Territory Stories

Debates Day 1 - Tuesday 23 November 1999



Debates Day 1 - Tuesday 23 November 1999

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Parliamentary Record 20


Debates for 8th Assembly 1997 - 2001; ParliamentNT; Parliamentary Record; 8th Assembly 1997 - 2001




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Legislative Assembly of the Northern Territory

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Attribution International 4.0 (CC BY 4.0)

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Legislative Assembly of the Northern Territory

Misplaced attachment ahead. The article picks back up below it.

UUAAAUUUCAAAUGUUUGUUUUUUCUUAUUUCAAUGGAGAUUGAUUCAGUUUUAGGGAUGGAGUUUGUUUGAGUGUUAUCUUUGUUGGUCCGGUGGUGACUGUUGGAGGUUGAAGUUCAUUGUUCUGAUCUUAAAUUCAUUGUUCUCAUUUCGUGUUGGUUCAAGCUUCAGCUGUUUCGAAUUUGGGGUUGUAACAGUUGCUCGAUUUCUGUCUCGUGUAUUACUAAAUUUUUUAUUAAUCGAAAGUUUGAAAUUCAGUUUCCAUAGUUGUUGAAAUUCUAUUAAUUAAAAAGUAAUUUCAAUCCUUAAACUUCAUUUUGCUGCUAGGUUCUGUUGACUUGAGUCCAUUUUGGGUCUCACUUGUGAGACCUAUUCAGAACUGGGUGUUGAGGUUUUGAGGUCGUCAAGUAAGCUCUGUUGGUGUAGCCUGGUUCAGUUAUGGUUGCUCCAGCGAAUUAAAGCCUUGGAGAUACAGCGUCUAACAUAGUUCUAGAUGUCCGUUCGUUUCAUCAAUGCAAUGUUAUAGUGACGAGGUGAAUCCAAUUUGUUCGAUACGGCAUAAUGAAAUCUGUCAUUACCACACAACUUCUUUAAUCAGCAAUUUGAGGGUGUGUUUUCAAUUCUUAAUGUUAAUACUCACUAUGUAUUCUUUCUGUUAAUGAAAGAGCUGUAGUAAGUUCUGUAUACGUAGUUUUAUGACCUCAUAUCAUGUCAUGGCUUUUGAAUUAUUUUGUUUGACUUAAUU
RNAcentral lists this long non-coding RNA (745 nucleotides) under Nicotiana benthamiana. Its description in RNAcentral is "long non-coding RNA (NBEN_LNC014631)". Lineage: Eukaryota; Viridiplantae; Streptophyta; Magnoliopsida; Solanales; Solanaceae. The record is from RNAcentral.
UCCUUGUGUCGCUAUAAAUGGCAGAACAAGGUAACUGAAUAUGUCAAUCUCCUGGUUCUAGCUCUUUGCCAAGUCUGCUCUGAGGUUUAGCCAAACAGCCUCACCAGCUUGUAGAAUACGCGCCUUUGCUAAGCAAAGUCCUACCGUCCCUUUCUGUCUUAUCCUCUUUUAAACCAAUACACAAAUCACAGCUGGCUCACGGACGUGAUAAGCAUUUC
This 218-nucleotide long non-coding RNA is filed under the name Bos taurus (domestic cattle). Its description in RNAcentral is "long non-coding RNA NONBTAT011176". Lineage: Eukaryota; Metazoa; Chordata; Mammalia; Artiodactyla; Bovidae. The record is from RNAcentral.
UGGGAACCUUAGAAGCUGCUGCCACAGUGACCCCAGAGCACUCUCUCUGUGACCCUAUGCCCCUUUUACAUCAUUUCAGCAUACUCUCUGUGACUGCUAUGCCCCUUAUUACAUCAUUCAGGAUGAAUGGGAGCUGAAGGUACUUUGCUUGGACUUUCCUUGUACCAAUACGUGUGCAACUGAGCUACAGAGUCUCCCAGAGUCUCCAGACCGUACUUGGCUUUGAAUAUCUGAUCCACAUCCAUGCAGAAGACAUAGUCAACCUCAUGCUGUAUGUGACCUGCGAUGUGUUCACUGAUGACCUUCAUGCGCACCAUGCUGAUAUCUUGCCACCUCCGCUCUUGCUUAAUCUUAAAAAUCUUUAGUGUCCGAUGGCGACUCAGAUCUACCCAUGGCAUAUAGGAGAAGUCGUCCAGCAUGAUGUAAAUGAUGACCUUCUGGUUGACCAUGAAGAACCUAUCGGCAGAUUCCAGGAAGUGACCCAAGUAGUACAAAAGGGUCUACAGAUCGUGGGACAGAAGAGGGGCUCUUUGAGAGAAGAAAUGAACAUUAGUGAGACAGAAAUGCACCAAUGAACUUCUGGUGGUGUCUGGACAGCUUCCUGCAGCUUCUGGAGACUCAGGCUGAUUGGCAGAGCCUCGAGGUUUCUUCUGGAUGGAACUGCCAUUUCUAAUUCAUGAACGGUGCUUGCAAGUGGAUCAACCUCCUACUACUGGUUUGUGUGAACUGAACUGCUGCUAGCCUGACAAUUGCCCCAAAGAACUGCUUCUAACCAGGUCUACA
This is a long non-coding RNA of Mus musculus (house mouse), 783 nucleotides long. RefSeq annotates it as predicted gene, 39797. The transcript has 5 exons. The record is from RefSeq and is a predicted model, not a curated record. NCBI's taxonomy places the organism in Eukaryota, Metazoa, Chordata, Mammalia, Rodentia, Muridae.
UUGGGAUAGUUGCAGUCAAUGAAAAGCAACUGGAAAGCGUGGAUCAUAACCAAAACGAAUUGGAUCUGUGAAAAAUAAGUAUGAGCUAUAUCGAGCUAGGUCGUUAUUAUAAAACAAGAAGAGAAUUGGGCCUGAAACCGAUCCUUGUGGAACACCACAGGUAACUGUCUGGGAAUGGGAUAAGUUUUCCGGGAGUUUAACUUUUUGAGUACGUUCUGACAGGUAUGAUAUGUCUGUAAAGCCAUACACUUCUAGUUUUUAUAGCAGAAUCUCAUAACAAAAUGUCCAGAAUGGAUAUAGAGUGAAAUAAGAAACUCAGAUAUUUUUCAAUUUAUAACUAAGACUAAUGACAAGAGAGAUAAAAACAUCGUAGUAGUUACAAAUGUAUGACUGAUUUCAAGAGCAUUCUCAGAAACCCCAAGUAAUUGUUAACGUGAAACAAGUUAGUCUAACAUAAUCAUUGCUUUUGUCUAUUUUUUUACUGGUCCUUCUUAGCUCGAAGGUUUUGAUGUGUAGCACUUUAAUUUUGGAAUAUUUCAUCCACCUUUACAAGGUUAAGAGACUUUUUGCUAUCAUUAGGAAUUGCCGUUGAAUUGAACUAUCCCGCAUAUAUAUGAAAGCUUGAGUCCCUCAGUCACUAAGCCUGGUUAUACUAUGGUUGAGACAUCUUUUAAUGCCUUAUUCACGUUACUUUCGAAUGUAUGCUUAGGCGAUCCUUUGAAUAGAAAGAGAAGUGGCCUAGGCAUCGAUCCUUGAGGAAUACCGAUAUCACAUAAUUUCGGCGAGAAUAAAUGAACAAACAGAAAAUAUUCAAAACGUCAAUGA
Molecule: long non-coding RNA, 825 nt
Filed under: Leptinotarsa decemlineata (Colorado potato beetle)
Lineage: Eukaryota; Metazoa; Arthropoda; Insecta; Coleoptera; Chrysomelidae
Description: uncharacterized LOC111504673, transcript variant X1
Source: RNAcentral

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DEBATES - Tuesday 23 November 1999 distances. The road transport industry has asked me whether the NT government will be subsidising the railway operations. The government will not do this. Our approach has always been to facilitate the project with financial and other assistance, but to leave the construction and operational risk to the private sector. There will be no operating subsidy. The intention is to maintain a strong, innovative and competitive road transport industry. It is an industry that has served the Territory very well and will continue to do so. The railway will add to the competitive environment, and this can only be to the benefit of the Territory economy as a whole. Reduced transport costs for agriculture will enable Territory producers to be more competitive in the southern markets. But it will also mean items such as fertiliser will cost less, enabling Territory producers to increase productivity and quality. It will also increase the range of commodities that may be grown commercially in the Territory. For mining, the railway should lower production costs. There could be a lowering of the cut off grade for mineral deposits and therefore an increase in the recoverable reserves. It may mean a reduction in the size of the mineral deposit needed to support mine development and therefore increase mineral exploration along the route of the railway. With regard to tourism, I was pleased to read the recent press reports that the AsiaPacific Transport Corporation intends to negotiate passenger train access with the operators of the Ghan. With a passenger train service from Sydney through Melbourne and Adelaide, up to Alice Springs and on to Darwin, this will surely become one of the great train journeys of the world. The proposal promises a boost to the number of tourists to the Territory. It will attract potential tourists who cannot or are reluctant to travel long distance by car or coach and those romantics the world over who are in love with trains. At present the Ghan operates two services per week to Alice Springs and in 1998/99 carried 46 000 passengers to the Alice at an average 210 per train. Extending the service to Darwin should boost Territory tourist numbers for all regional centres. For Katherine and Tennant Creek, the opportunities are there to become trans shipment centres for goods from Western Australia and particularly the Ord River Scheme for Katherine, and goods to and from Queensland. For some businesses, the operation of the railway will bring a change in the focus of their operations, or cause them to move into new areas. An operational railway will lead to a reduction in freight trans-shipment activity at the Alice Springs railhead. There will also be a reduction in road freight activity along the Stuart Highway. Neither will cease, but long and/or large amounts of haul goods will likely be transported by the railway. Nevertheless, the future over the next three years for road transport out of Alice Springs will be very buoyant, providing time for future plans for the new competitive era to be put in place. A survey of businesses in Alice Springs showed that approximately 70 jobs may be at risk - this is less than 1% of the Alice Springs workforce. However, this is partially offset by an initial increase of about 20 jobs in rail operational and associated jobs. As the train services grow, this number should also rise, and in the longer term additional jobs should be generated by new and expanded business opportunities. For the smaller businesses and townships along the Stuart Highway, many can expect increased business as construction crews are located nearby. Mr Speaker, let me tum now to the group that is about to make the long-held dream of Territorians come true. The strength and depth of the AsiaPacific Transport Consortium is a crucial factor in all of this. Let me tell you a little about those involved. I speak first of Brown & Root/Kinhill. Brown & Root Construction and Engineering and Kinhill (purchased by Brown & Root in 1997) are subsidiaries of Halliburton. Halliburton is a Fortune 500 company, a world leader in engineering and construction, with particular interests in the infrastructure and resources sectors. Through Brown & Root and Kinhill, it provides railway and port design and engineering expertise. Halliburton merged with Dresser Industries in late 1998 and created the worlds largest oilfield services company. I expect that Halliburton involvement in the rail project will have spin off benefits for the Territory economy, encouraging that global company to invest in offshore supply services to the Timor Sea oil and gas province. It has a workforce of 120 000 employed in 120 countries world wide. Genesee & Wyoming are a major regional US rail operator. Its Australian operations are based in Adelaide and they have extensive experience in operating and maintaining regional railways. They acquired mainland freight-related assets and contracts of Australian National Railways in November 1997, operating 1200km of railway within South Australia with 90 locomotives and 1200 freight wagons. Barclay Mowlem is a major engineering and construction company who has experience in delivering railways and rail manufacturing projects and it is known for its commitment to developing 4740